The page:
Redshift Experience

Big Data - the keyword given to solutions that can handle massive amount of data usually in the petabyte or greater amount. There are several big data solutions out there and all of them have their unique characteristics which can be useful in different scenarios. I was looking into Cloudera's versions of Hadoop like Impala, Sentry and HBase. All these vary based on the use case. For some of my clients I have leveraged Amazon Redshift, Cassandra (and hopefully soon Apache Hadoop). The architecture of these systems differ but the end goal is the storage and processing of vast amounts of data down to second or milli second based result generation. Focusing on this aspect I am going to give a more detailed insight on Redshift which is a node based peta byte scaled database as well as a high level overview of what I recently implemented.
Note: The above diagram is from the Redshift Warehousing article (http://docs.aws.amazon.com/redshift/latest/dg/c_high_level_system_architecture.html)

If you pay close attention to the diagram above the compute nodes is responsible for all the data processing and query transactions on the database and the data nodes contain the actual node slices. The Leader Node is the service that monitors the data connections against the Redshift cluster and is also responsible for the query processing (almost like a syntax checker on the query and functions leveraged). It then transfers the query across to the Compute Nodes whose main responsibilty is to find the data slices from the data nodes and communicate with one another to determine the way the transaction needs to be executed. It is similar to a job broker except that this is more real time than non real time.

It is similar to the analogy of using a bucket..... Consider this:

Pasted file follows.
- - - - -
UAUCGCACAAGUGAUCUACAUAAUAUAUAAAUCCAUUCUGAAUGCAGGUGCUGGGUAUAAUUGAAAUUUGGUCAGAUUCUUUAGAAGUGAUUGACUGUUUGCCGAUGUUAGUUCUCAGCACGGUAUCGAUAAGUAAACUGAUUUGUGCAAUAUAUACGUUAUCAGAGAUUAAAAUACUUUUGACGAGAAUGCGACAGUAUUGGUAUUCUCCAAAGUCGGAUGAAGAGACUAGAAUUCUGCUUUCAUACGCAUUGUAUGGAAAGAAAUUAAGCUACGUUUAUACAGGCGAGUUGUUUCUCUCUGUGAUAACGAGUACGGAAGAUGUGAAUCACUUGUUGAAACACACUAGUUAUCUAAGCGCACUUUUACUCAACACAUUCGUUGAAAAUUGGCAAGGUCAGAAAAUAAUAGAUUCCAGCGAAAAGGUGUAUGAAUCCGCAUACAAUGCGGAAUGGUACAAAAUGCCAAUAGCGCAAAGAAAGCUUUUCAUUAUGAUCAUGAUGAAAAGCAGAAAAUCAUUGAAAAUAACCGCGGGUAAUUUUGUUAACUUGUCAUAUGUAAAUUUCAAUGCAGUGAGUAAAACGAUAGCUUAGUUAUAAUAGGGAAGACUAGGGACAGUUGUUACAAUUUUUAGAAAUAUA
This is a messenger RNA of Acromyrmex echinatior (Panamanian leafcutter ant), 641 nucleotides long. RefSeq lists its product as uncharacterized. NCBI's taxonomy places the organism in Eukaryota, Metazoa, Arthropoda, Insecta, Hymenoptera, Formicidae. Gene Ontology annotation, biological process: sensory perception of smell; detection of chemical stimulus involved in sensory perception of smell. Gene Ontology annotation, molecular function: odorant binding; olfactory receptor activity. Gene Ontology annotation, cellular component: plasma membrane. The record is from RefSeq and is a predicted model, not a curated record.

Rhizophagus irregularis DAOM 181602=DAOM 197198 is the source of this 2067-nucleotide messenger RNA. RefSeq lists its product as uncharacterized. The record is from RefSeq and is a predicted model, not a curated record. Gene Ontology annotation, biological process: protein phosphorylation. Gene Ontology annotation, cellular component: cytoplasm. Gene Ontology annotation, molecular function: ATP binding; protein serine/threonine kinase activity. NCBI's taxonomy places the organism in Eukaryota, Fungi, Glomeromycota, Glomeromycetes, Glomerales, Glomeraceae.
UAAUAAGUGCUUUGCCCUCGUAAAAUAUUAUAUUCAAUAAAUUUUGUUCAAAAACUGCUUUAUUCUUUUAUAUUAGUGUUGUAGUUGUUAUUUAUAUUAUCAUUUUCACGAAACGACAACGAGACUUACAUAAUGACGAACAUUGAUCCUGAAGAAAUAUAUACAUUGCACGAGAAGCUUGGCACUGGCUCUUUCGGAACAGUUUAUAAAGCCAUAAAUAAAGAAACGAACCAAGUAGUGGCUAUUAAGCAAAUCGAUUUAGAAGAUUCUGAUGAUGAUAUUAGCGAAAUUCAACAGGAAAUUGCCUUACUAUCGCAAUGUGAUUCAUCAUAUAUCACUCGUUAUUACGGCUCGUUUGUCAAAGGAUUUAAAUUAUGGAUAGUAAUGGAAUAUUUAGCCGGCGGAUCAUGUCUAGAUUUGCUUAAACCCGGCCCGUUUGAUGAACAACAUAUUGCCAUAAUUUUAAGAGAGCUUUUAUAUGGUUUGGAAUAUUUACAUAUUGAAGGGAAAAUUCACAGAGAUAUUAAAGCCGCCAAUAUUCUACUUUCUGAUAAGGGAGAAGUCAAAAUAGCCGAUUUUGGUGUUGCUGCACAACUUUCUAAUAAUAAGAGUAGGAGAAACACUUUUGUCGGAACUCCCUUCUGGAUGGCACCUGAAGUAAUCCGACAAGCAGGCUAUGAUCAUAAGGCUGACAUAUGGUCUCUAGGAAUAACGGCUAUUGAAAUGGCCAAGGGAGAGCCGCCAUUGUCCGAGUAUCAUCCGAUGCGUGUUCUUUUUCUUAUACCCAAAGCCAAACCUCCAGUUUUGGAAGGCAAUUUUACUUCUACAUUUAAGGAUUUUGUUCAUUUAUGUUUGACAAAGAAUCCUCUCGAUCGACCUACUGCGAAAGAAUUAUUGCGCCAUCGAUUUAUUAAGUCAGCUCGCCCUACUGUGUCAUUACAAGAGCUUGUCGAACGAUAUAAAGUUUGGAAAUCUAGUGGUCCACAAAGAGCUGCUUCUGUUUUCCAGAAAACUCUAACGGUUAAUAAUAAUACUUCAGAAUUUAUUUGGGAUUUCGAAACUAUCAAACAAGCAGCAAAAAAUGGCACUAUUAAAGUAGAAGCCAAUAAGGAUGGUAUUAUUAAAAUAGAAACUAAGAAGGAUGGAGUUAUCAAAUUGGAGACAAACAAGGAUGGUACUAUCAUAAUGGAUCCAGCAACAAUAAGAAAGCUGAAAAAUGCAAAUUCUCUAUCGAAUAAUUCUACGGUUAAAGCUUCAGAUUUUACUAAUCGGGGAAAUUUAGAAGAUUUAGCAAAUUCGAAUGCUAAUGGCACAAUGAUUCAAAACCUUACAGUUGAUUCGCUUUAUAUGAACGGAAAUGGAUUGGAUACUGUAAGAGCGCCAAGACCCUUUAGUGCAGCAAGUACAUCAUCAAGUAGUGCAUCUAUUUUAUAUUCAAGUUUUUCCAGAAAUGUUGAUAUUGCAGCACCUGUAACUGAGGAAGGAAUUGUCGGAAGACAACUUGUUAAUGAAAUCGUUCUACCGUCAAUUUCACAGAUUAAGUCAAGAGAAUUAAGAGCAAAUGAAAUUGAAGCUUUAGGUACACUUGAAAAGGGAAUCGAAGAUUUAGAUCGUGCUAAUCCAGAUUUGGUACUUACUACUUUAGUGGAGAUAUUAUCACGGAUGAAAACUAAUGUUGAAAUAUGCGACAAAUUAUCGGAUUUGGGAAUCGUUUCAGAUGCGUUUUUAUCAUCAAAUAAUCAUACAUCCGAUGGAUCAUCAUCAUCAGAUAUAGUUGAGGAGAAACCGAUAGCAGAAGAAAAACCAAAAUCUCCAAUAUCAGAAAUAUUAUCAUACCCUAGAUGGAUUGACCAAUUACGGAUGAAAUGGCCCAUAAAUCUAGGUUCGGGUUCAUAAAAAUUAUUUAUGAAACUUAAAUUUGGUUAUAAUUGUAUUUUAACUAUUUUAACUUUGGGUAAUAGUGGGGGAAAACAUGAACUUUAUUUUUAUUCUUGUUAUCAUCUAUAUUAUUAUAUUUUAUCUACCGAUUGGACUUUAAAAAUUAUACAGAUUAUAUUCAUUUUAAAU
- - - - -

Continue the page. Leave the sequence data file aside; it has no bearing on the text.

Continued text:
You take a bucket and keep filling water into it, eventually the bucket get filled..... however what happens when there is an enormous amount of water that needs to be contained. Either grab a massive bucket or use multiple buckets to store the water (so the second option actually depicts the Redshift architecture....)

The concept  scaling up implies not only adding a bucket for storage but also a mechanism to ensure that the pipeline flow goes to an empty bucket which is nothing but out compute node. But there is the price of the bucket and the cost of the mechanism that is required to populate the bucket as well....

The costing of data nodes and compute nodes are as follows:




As the data node volume keeps increasing, reserve a data node and then utilize it as required. While creating the Redshift cluster ensure that the cluster type is Multi - Node and not Single-Node for large data related projects.

The tables are stored with a columnar partitioning algorithm on the different nodes governed by the distribution key of the respective table. The database used within Redshift is Postgres (the version keeps getting updated based on the release), this will be handled by Amazon. On a quick note whenever you are trying to add a node to the cluster, the database will go down so ensure that all your ETL's or import/export jobs are stopped during this time frame.